Films really are a funny old business. One man's meat is often another man's murder. I once read a fascinating post at a forum by a very pleasant and intelligent man who was convinced that Lifeforce was actually one of the greatest films ever made, and he even had some anecdotal evidence to try to back up his point-of-view. Now I've gotta be honest here, fun as it is, I'm 100% convinced that Lifeforce ISN'T one of the greatest films ever made by any possible stretch of the imagination.
Co-scripted by Dan O'Bannon and directed by Tobe Hooper, this Colin Wilson novel adaption had an extremely generous budget of around $25 million. The first time that I saw a video sleeve for Lifeforce, I thought that it was gonna be a cheap b-movie. But no, it's actually a very expensive b-movie, or that's certainly the way that it comes across. Classic exploitation fare with no remorse or guilt at all! I've never read the Space Vampires book so I can only judge this film on a stand-alone basis.
The token American (almost everyone else bar May seems to be British) is played by Steve Railsback, who stars with Mathilda May and Peter Firth (together with various appearances by the occasional respected actor such as Patrick Stewart) in a very silly but very entertaining horror flick. Railsback is a US astronaut on the UK's space shuttle, the Churchill (er...yes, a UK space shuttle).
Together with the other naut'ies, he investigates an abandoned spacecraft where upon they discover long-dead human-sized bats on board, and then they come across 3 perfectly preserved humanoids. Oh yes, and they have no clothes on. At all. Two males (nether regions always hidden) and one steamy naked female. Upon spying the naked Mathilda May, the astronauts decide to take her (and her two companions) back to their shuttle. And who can blame them?!
Unfortunetly for those naut'ies, May and her two companions are vampires. Of a sort. They don't drain blood though, they feed on people's life-force energies instead, causing their victims to shrivel up like a 12 week old banana. Once, they arrive back in London, the shit hits the fan. Mathilda May walks around completely starkers whilst English security guards say things like "You won't believe what I'm looking at" just before they get a taste of pain. The victims then also become "vampires," but unlike the original three space beings, they explode violently into a cloud of dust (in a really cool way!) if they don't get their fix of life-force energy. The situation then gets much worse until finally London is just one huge trippy light show with people's life-force energies being sucked up to the vampire spacecraft. (Oh yeah, did I mention that the vampire spacecraft unfolds like a giant umbrella?!). Whilst all this is going on, vampires and zombies abound leg it around London causing a maelstrom of absolute mayhem. Good stuff!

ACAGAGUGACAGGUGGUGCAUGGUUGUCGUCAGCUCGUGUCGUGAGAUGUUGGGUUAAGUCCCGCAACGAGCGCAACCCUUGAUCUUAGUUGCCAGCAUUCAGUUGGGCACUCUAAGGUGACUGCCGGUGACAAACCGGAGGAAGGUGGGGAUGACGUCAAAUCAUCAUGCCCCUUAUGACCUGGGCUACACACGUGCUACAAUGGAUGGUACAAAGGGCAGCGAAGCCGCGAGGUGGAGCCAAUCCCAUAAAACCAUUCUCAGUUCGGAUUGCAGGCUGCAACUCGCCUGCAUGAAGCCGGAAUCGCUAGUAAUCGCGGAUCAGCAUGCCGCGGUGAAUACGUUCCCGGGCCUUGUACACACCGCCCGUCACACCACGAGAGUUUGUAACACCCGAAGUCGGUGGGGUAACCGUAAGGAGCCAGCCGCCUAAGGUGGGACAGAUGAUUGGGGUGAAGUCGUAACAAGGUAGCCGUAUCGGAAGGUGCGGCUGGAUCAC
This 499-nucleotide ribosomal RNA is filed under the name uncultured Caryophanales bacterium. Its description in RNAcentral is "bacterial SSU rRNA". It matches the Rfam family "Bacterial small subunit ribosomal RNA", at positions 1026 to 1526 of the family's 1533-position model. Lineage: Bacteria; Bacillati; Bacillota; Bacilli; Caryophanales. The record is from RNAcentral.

It has to be said that Lifeforce does get VERY funny at times (well, natch) but Steve Railsback really doesn't help matters much with his terrible performance. When Mathilda May is seducing him, he's like "No, stop it! Leave me alone!" as he hams it up big time. I think he doth protest too much. Anyway, it's hard to have any real sympathy since most men would be highly envious of his situation. As for May, well she's just required to walk around naked and look very sexy. And she's damn good at it too. Credit where credit's due. As for Peter Firth, hahaha! There is so much pleasure to be obtained from this guy's performance as the SAS Colonel. BTW That isn't a compliment.
I have no idea what the financiers of this film were thinking. Probably something along the lines of, "Hey, we've got a writer from Alien, the director of Poltergeist and visual effects by someone from Star Wars. This $25 million film is gonna be a huge hit!" Hmmmm. This is probably what killed off the prospects of any more large budgets for Tobe Hooper, 'cause the film most definitely wasn't! It's a real treat for horror fans though, or more to the point, fans of incredibly stupid horror films which star sexy naked women.
The space sequences, the exploding victims and the other visual effects are all very impressive for 1985. And there's a huge amount of pleasure to be obtained from watching the UK's capital city and its entire population being completely decimated by the end of the film. I can't recall many large budgeted apocalyptic horrors being set in the UK. Certainly not on this scale anyway. And to add to the amusement factor, Lifeforce gets an absolutely stellar epic sounding score from Henry Mancini.
BTW I still don't understand the twist at the end. Does anyone?!
This is the unedited director's cut which runs roughly around 15 minutes longer than the theatrical or VHS incarnations. The DVD's print isn't anamorphic (tsk) and the print is somewhat grainy. You do get a 5.1 track and a trailer though. Seeing as how this MGM DVD was released as a mid-price DVD straight away, I don't feel like complaining too much about the lack of extras. But an anamorphic print wouldn't have been too much to ask for would it? Never mind.
I was too young to catch Lifeforce at the cinema upon its initial release so it's cool to now be able to watch it in its full widescreen ratio. It's not art, and it's not clever, but then again, neither am I! Highly recommended viewing in a crazily expensive exploitation movie way but it certainly is not one of the greatest films ever made!